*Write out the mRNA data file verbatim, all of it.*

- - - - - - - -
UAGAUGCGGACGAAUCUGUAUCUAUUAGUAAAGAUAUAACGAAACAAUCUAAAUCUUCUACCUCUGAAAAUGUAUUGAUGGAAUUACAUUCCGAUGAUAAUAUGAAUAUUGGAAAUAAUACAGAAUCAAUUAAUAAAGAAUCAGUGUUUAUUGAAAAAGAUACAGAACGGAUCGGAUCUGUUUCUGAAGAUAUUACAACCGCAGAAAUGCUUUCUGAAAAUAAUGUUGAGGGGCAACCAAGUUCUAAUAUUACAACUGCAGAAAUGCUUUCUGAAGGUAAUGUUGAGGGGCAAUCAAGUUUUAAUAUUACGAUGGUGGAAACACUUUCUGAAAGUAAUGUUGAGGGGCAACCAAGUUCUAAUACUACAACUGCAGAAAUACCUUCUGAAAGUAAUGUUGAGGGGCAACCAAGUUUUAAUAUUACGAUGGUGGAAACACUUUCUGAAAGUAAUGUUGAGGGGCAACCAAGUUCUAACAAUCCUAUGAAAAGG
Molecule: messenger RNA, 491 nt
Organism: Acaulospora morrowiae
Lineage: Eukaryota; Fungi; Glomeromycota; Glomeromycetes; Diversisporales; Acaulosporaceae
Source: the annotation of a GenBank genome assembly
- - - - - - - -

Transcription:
UAGAUGCGGACGAAUCUGUAUCUAUUAGUAAAGAUAUAACGAAACAAUCUAAAUCUUCUACCUCUGAAAAUGUAUUGAUGGAAUUACAUUCCGAUGAUAAUAUGAAUAUUGGAAAUAAUACAGAAUCAAUUAAUAAAGAAUCAGUGUUUAUUGAAAAAGAUACAGAACGGAUCGGAUCUGUUUCUGAAGAUAUUACAACCGCAGAAAUGCUUUCUGAAAAUAAUGUUGAGGGGCAACCAAGUUCUAAUAUUACAACUGCAGAAAUGCUUUCUGAAGGUAAUGUUGAGGGGCAAUCAAGUUUUAAUAUUACGAUGGUGGAAACACUUUCUGAAAGUAAUGUUGAGGGGCAACCAAGUUCUAAUACUACAACUGCAGAAAUACCUUCUGAAAGUAAUGUUGAGGGGCAACCAAGUUUUAAUAUUACGAUGGUGGAAACACUUUCUGAAAGUAAUGUUGAGGGGCAACCAAGUUCUAACAAUCCUAUGAAAAGG
Molecule: messenger RNA, 491 nt
Organism: Acaulospora morrowiae
Lineage: Eukaryota; Fungi; Glomeromycota; Glomeromycetes; Diversisporales; Acaulosporaceae
Source: the annotation of a GenBank genome assembly